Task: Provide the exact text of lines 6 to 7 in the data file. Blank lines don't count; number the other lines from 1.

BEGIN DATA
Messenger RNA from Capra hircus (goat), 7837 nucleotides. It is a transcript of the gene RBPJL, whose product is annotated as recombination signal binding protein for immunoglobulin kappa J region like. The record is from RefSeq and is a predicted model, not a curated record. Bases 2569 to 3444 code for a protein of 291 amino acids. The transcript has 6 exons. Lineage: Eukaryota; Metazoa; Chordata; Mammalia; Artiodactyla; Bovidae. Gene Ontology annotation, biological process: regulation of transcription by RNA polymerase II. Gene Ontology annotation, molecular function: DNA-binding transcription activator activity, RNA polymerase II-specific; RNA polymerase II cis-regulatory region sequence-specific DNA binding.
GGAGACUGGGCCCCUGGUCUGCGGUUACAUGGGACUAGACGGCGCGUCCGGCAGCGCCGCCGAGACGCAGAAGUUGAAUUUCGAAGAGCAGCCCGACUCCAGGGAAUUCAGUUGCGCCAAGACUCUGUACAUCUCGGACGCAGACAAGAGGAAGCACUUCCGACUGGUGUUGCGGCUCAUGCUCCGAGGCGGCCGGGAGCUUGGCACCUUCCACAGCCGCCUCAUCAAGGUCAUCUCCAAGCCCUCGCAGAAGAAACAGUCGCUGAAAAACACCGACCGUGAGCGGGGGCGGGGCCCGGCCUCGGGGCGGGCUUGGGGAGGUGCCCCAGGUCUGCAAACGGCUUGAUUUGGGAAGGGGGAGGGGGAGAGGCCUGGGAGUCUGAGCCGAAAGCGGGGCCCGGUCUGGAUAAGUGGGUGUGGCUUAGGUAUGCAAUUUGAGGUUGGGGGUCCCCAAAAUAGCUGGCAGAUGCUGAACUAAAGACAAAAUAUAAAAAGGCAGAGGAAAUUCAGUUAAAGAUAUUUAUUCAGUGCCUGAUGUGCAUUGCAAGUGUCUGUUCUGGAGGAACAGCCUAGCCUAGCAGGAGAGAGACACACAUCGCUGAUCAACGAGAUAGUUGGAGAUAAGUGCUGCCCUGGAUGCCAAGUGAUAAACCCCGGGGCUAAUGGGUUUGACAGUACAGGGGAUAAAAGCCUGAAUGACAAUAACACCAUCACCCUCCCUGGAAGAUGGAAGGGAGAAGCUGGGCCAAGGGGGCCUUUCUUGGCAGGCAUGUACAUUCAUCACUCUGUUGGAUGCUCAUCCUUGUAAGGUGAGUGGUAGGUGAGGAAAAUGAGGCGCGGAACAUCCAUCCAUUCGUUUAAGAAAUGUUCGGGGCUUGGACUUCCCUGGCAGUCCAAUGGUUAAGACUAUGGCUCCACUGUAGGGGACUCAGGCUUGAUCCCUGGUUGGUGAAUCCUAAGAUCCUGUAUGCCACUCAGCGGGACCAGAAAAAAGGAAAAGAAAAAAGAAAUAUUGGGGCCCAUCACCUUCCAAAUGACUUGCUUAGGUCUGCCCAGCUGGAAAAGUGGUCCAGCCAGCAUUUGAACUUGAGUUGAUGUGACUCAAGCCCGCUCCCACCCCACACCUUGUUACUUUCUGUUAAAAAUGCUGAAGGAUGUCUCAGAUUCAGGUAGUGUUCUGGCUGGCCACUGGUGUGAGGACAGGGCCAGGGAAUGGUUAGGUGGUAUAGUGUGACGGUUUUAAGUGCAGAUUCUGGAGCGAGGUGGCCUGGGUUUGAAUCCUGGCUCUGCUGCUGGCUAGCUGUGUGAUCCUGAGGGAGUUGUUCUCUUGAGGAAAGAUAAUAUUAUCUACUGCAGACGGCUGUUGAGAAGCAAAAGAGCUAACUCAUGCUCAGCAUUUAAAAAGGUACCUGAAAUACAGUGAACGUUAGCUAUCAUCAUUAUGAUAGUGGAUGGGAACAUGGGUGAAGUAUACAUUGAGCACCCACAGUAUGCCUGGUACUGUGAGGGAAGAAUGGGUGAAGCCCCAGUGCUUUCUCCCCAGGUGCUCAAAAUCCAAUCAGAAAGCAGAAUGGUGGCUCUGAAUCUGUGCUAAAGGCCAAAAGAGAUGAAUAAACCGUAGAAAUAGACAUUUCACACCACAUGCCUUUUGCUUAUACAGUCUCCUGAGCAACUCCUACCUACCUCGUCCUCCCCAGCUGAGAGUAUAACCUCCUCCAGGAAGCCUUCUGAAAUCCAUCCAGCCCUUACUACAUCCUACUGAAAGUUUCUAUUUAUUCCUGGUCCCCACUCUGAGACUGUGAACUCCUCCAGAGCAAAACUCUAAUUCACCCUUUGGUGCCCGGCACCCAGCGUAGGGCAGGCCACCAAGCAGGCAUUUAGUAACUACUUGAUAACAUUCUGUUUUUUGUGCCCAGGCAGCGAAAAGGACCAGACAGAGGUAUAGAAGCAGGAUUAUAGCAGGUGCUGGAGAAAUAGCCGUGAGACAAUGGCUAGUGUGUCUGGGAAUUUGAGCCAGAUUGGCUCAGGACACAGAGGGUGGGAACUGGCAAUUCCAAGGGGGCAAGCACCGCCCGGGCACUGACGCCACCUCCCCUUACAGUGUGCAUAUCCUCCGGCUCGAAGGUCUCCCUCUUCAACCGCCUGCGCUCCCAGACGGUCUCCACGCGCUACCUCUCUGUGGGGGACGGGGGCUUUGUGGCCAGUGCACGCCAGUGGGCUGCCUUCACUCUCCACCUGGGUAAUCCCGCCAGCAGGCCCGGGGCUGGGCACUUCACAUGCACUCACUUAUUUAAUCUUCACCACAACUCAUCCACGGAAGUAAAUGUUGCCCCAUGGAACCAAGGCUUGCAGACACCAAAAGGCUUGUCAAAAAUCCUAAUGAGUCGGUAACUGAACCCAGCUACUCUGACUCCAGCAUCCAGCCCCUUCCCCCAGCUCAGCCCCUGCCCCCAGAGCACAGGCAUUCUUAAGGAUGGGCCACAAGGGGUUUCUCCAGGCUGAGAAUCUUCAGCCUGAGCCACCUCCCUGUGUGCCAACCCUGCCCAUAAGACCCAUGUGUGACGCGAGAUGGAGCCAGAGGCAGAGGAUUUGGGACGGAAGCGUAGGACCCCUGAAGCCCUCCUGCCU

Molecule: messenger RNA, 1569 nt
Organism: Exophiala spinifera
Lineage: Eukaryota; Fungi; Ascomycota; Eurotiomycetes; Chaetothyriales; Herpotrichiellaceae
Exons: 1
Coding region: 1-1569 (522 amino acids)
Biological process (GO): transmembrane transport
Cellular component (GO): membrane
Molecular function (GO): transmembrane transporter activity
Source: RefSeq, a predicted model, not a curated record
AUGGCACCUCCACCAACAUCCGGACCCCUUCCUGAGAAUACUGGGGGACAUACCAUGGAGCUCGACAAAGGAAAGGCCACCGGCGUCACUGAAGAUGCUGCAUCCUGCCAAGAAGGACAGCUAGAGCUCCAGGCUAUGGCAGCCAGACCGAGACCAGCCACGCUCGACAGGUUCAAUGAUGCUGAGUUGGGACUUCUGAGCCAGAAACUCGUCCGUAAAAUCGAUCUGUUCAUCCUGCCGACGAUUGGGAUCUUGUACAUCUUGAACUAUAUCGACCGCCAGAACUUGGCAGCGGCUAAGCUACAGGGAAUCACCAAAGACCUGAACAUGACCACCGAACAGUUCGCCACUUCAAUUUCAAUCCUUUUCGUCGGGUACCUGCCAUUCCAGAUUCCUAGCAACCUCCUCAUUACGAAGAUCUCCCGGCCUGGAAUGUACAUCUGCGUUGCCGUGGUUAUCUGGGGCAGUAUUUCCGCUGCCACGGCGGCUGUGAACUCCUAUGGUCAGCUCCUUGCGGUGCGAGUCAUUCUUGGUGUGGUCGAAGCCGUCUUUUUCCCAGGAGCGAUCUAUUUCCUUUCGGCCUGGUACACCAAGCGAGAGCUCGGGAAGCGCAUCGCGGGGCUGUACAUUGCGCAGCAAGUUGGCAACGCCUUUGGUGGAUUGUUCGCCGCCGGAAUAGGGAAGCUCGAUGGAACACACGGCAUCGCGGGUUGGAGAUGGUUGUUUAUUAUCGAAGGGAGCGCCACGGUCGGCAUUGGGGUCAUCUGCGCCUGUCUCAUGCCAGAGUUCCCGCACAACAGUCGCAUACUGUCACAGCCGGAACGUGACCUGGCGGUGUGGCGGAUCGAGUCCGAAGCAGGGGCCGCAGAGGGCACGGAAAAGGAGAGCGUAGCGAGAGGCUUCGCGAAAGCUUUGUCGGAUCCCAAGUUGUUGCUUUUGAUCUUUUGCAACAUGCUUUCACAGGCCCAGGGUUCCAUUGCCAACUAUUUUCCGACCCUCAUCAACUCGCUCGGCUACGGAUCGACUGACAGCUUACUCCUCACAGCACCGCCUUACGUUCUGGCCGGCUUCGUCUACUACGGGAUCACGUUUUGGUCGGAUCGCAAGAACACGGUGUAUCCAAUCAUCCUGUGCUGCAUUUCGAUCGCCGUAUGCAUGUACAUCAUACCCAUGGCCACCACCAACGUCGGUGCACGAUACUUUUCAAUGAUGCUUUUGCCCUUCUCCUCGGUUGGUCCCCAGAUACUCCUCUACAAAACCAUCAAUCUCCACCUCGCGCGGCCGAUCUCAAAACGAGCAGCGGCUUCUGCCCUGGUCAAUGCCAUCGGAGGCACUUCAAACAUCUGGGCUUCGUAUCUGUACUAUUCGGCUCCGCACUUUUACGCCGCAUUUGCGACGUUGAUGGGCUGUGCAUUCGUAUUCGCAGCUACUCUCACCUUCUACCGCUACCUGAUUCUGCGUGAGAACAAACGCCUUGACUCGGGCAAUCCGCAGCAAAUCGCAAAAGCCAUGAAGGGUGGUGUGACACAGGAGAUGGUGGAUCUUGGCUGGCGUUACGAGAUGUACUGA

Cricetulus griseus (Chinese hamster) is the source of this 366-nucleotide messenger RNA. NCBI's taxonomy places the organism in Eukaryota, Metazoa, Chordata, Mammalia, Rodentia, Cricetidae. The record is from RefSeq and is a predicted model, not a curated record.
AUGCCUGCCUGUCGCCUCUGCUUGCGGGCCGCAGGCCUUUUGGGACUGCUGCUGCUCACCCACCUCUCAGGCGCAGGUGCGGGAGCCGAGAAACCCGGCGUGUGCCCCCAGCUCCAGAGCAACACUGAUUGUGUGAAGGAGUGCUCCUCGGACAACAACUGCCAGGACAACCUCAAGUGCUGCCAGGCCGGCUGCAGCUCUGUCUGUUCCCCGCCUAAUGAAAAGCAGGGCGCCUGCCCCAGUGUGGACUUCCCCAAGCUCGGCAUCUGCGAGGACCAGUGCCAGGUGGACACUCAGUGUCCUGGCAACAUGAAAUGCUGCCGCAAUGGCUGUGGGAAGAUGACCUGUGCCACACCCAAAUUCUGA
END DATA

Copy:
Exons: 1
Coding region: 1-1569 (522 amino acids)